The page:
The rate of fretting corrosion degradation depends on several factors. The two most important are the contact force and the length of the fretting motion. The contact force dependence arises from the fact that increased contact force results in increased wear particle formation as previously discussed. The length dependence is due to the typical build up of wear debris at the ends of the sliding track. A longer fretting track may take longer to accumulate the wear debris necessary to cause resistance increases all along the track. The length of the fretting track depends on the driving force for the fretting motion. It is important to note, however, that fretting motions of a few to several tens of µm can lead to significant fretting corrosion degradation.
The driving forces for fretting motions are both mechanical and thermal and are obviously application dependent. Mechanical drivers include both shock and vibration. Thermal driving forces arise from thermal expansion coefficient mismatches between connector housings and PCBs or other system components due to thermal cycling. Rapid thermal cycles are referred to as thermal shock. Slower cycles, for example temperature differences due to on-off cycling of equipment, are more frequent causes of fretting motions.
There are two approaches towards prevention of fretting corrosion degradation. One is to eliminate the fretting motions and the other to eliminate the corrosion, the reoxidation of the tin during fretting motions.
One means of eliminating fretting motions is the use of high contact forces to create high friction forces at the contact interfaces. This is why tin plated contacts typically have contact forces of 100 grams and higher. There are, of course, limits to how much contact force can be used in a connector as will be discussed in Chapter II/2.2 Contact Springs. At this point it is sufficient to note that tin plated contacts place additional limits on contact force because tin is a soft material with high wear rates (low mating durability) and high friction (high mating force) as a function of contact force. It is important to note, however, that if the increase in contact force is not sufficient to ensure mechanical stability the rate of fretting degradation increases with contact force, as noted previously, and the connector may be more susceptible to fretting corrosion.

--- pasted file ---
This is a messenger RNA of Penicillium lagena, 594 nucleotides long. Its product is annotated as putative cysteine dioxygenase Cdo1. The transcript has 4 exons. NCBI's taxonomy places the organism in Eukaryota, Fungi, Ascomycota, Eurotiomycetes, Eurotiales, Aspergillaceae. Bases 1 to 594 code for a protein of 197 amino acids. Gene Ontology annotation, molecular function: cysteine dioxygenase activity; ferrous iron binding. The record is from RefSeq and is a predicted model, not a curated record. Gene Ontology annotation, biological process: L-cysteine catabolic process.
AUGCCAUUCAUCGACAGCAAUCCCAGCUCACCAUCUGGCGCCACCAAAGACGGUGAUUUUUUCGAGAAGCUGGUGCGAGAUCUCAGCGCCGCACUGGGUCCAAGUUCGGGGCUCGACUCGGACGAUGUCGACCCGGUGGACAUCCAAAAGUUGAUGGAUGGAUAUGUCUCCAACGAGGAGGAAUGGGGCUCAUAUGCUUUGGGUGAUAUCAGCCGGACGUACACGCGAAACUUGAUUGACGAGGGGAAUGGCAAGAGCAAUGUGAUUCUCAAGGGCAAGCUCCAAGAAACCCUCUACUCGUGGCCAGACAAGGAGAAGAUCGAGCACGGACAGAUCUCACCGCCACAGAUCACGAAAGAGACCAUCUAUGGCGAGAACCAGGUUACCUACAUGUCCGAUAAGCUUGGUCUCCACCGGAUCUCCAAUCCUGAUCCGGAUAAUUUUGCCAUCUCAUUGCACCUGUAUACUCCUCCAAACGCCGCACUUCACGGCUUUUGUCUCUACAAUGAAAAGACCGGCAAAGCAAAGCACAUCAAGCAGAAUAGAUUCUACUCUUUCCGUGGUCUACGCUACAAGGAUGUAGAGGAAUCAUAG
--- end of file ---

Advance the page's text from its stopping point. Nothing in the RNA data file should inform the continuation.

The second approach, eliminating oxidation, can be realized by using a contact lubricant specifically formulated for this purpose. Contact lubricants will be discussed later but a few comments on anti-fretting lubricants are appropriate at this point.
Consider the data in a Figure 2.15 which schematically illustrates contact resistance as a function of the number of fretting cycles for three different cases of surface treatment. The first case, dry, indicates a contact interface that has received no intentional lubricant. In the second case mineral oil has been applied to the contact interface. In the third case a specially formulated, anti-fretting, contact lubricant has been applied.
With no lubricant, dry, the contact resistance begins to increase at a few hundred fretting cycles with an increasing rate occurring at about 1000 cycles. Adding mineral oil to the contact interface results in a much longer stable resistance regime. But after a few thousand cycles fretting degradation begins to occur and quite rapidly. The reason for the increased degradation is loss of the mineral oil at the contact interface with time. Mineral oil has a low viscosity and flows away from the contact interface as well as evaporating. The anti-fretting lubricant (Figure 2.15) shows stable resistance out to tens of thousands of fretting cycles, demonstrating that appropriate contact lubricants can maintain contact resistance stability under fretting driving conditions.